With the debut of Open AI’s ChatGPT in November 2022, and worldwide consumer expectations of driverless automobiles, incorporating artificial intelligence (AI) is one of the most talked about subjects in nearly every industry. The customs community is no exception (see related article “AI – It’s Probably Not what you Think”). Anecdotally, one of the most asked questions by the public sector is, “Can (or when will) your AI algorithm replace human agents?”
I submit that is the wrong question to be asking.
Before revealing the more relevant concern, it might be useful to take a brief stroll down memory lane.
The inspiration for the title of this article comes from a 1970s advertising campaign in the U.S. by the Florida Citrus Commission with the tagline: “Breakfast without orange juice is like a day without sunshine.” The implication was that having a more positive daily life required inclusion of a specifically essential ingredient at the start.
The claim of this article is that a similarly essential ingredient is responsible for producing positive inspection outcomes every day.
Therefore, instead of inquiring about just one specific data point for AI implementation, we should be asking the more strategic question, “How much training do agents—both human and artificial—require to be most effective?”
It took nearly seven years, over $11Bn (USD), and billions (perhaps even trillions) of text-based data to train ChatGPT’s large language model (LLM) to achieve its current level of natural language processing (NLP). Regarding autonomous vehicles, self-reporting by Tesla suggests it took more than ten million video clips to train their latest version of full self-driving (FSD v12). Yet, LLMs can produce incorrect answers and driverless cars require continuous operator attention and occasional intervention to remain safe.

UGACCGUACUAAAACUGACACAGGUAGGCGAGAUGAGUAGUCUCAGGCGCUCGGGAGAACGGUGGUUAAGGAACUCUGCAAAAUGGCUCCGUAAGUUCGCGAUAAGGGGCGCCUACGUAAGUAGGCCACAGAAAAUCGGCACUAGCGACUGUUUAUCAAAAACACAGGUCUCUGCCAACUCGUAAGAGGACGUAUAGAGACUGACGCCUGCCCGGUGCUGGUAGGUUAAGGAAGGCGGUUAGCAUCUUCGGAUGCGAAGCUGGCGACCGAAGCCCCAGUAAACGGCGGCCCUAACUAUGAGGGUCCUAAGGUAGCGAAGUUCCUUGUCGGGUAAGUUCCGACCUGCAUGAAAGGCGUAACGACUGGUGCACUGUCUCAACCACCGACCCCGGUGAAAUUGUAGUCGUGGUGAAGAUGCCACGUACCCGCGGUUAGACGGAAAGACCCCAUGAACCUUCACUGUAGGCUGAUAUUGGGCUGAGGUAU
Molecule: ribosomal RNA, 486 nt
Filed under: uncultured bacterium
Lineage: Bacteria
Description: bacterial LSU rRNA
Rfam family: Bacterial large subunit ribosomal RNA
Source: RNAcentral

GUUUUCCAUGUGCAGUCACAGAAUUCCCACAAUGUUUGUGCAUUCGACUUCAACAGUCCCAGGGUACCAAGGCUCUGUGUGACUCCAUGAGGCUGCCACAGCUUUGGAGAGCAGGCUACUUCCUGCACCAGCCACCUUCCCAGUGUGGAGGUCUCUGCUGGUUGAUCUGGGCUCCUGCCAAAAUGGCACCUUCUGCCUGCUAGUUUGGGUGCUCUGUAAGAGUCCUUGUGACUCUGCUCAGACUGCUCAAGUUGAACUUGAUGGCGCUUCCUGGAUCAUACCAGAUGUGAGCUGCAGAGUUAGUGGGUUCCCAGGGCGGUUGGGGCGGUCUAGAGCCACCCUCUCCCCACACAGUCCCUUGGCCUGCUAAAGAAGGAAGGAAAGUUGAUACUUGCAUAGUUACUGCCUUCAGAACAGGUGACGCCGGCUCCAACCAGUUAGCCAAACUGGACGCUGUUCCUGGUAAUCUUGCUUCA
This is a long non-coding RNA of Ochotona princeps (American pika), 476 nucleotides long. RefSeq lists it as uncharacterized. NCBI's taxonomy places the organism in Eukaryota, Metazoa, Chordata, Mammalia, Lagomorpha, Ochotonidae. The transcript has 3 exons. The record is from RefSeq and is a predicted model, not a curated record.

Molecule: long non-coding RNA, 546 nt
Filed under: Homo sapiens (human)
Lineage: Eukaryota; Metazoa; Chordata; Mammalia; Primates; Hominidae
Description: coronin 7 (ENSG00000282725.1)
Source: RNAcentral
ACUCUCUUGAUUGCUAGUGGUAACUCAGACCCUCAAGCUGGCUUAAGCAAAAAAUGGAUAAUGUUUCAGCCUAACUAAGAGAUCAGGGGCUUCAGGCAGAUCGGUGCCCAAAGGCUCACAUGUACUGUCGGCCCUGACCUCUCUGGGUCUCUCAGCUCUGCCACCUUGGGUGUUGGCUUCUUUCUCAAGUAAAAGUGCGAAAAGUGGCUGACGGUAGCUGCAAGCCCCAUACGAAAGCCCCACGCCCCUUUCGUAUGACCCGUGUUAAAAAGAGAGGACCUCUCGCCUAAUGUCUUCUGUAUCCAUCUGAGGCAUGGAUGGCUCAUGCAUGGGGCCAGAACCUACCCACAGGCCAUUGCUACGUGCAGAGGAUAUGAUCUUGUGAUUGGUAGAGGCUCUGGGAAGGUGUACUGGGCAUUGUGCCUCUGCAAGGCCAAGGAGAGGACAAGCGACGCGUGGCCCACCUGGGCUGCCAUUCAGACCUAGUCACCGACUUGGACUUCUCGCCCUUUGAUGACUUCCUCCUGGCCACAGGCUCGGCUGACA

In one particularly notable example, New York attorney Steve Schwartz used GPT to help him with research on a client’s personal injury case. Unfortunately, GPT fed the esquire false case law, which he naively trusted to include in one of his court filings resulting in sanctions and a fine by the aggrieved judge. More humorously, in April 2022, a police officer in San Francisco, California, attempted to issue a citation to what turned out to be a driverless car after its internal logic caused it to behave erratically at an intersection.
Thanks to Mr. Schwartz’s example, while many companies are now finding ways to incorporate the capabilities of NLPs into their daily business operations, there are few if any accounts (GPT or otherwise) where they completely replace humans. Rather, an NLP may be tasked with composing an initial draft document (e.g., business plan, resume, legal contract, computer code) with a human providing the final editing and approval. Conversely, NLPs are being used to proofread and improve a human’s first draft. In both cases, AI should be rightly considered solely as a complementary technology.
As for driverless automobiles roaming around, except for Waymo and Cruise in San Francisco, California, widescale adoption and regulatory approval of such capability is likely a decade or more in the future, according to most auto industry analysts.